Amex loses EU appeal on BA Amex interchange fees – what next for the loyalty co-brand card sector?

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The end could be approaching, medium term, for the free British Airways American Express credit card after American Express lost a key European Union ruling last week.

The decision is highly likely to mean that merchant fees on the British Airways, Starwood, Nectar, Costco and Harrods American Express cards must be capped at 0.3%.  American Express Gold, Platinum, Business Gold and Business Platinum will remain uncapped.

In effect, although this is not strictly how it works, the interchange fee is the fee charged to a retailer for accepting a payment card.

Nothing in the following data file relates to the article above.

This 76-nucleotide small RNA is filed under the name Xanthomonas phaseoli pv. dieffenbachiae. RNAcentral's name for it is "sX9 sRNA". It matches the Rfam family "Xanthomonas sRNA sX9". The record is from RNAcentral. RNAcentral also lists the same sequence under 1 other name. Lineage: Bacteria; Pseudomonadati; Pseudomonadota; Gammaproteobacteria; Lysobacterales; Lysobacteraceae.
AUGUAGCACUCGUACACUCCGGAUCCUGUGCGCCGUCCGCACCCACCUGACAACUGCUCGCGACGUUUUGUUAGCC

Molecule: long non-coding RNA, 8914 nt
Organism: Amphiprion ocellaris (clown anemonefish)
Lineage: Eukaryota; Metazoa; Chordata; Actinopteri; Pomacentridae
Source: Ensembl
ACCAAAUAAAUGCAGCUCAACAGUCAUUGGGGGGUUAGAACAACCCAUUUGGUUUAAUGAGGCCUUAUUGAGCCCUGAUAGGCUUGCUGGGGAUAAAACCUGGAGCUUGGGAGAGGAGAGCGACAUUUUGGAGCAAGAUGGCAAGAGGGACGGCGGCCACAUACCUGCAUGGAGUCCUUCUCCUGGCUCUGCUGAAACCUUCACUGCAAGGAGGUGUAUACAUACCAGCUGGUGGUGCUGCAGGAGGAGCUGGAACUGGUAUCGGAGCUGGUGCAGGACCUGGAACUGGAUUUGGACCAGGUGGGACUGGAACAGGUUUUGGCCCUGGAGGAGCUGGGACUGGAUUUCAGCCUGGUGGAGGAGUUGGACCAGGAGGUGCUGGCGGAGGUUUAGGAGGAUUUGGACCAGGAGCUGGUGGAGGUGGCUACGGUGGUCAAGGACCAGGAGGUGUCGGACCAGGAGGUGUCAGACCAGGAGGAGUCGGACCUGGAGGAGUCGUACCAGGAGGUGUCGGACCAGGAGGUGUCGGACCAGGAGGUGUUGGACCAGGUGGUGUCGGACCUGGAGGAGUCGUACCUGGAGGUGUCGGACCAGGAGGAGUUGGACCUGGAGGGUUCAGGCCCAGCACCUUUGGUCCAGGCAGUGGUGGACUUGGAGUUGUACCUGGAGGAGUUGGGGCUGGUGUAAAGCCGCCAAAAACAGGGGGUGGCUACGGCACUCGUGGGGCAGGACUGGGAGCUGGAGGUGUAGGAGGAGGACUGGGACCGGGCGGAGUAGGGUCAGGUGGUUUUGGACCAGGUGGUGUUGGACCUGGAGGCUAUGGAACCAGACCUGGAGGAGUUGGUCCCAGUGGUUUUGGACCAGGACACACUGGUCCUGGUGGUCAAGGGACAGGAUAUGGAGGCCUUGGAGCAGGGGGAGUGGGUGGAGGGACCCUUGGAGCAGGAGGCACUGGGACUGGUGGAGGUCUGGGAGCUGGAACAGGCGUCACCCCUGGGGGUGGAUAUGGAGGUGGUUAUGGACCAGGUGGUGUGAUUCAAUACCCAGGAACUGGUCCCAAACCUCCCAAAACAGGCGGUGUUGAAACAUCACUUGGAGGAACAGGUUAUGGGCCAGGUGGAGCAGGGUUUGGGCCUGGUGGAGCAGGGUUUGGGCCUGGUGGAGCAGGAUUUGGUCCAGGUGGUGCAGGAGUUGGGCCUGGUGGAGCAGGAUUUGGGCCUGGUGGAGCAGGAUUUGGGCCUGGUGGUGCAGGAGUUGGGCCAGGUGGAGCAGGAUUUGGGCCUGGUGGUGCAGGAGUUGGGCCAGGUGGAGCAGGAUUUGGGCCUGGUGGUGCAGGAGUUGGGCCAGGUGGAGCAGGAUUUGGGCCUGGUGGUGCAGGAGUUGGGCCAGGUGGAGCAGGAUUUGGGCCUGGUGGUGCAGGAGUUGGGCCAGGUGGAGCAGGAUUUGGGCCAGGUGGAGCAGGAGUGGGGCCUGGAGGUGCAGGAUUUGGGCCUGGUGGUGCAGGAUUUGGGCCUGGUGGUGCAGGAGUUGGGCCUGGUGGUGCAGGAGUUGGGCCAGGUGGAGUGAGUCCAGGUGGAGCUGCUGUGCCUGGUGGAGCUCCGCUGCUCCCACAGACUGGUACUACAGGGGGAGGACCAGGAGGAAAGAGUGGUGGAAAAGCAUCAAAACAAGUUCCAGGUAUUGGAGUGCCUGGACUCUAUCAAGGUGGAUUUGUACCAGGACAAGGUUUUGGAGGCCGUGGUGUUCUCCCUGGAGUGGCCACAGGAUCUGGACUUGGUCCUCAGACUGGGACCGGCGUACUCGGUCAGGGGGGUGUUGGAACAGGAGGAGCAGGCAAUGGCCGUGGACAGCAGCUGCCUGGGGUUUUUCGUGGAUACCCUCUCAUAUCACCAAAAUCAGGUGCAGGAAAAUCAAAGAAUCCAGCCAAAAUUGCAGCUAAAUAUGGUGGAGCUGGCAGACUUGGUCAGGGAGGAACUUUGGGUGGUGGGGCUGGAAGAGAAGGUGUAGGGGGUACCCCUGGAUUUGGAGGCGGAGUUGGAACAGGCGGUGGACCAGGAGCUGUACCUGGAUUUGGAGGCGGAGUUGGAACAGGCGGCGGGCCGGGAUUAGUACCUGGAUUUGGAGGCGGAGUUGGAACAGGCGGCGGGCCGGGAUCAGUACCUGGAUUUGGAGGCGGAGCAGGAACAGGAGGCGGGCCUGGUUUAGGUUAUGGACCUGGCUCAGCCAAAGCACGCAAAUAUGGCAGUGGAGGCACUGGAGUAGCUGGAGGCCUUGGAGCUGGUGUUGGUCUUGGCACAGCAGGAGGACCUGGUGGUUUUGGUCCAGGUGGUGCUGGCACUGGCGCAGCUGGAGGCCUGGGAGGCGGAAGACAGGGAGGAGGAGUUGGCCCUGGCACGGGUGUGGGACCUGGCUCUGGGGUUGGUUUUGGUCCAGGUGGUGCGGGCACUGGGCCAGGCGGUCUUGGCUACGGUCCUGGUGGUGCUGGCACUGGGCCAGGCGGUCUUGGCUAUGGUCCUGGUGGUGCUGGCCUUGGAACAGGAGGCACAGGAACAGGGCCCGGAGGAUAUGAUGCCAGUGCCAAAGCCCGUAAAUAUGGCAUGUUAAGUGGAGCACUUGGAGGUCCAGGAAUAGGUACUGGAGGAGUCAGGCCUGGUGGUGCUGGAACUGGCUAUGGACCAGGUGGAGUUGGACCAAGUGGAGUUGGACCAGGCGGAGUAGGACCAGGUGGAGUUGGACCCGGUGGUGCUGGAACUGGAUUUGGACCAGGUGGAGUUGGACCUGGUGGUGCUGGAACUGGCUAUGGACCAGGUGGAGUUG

You can read the full Advocate General ruling here.

This is not binding on the High Court of Justice for England & Wales but – as it was they who asked the EU Advocate General for his opinion – it is almost certain to be accepted.

It doesn’t take a genius to realise that the free British Airways American Express is a dead duck long term with 0.3% interchange fees, given that Amex will be paying BA something close to 1p per Avios for the points.  Interest income and interchange and FX fees from foreign usage are unlikely to fill the gap, especially with 2-4-1 vouchers to fund as well.

Given that the BA Amex cards have billings of over £1 billion per month, however, it is a problem that both BA and Amex will need to solve before the current contract expires.

BA Amex cropped


Let’s step back a bit.

Last year, the EU capped the interchange fees charged by Visa and MasterCard at a maximum of 0.3% for personal credit cards.  Fees were previously 0.75% and above.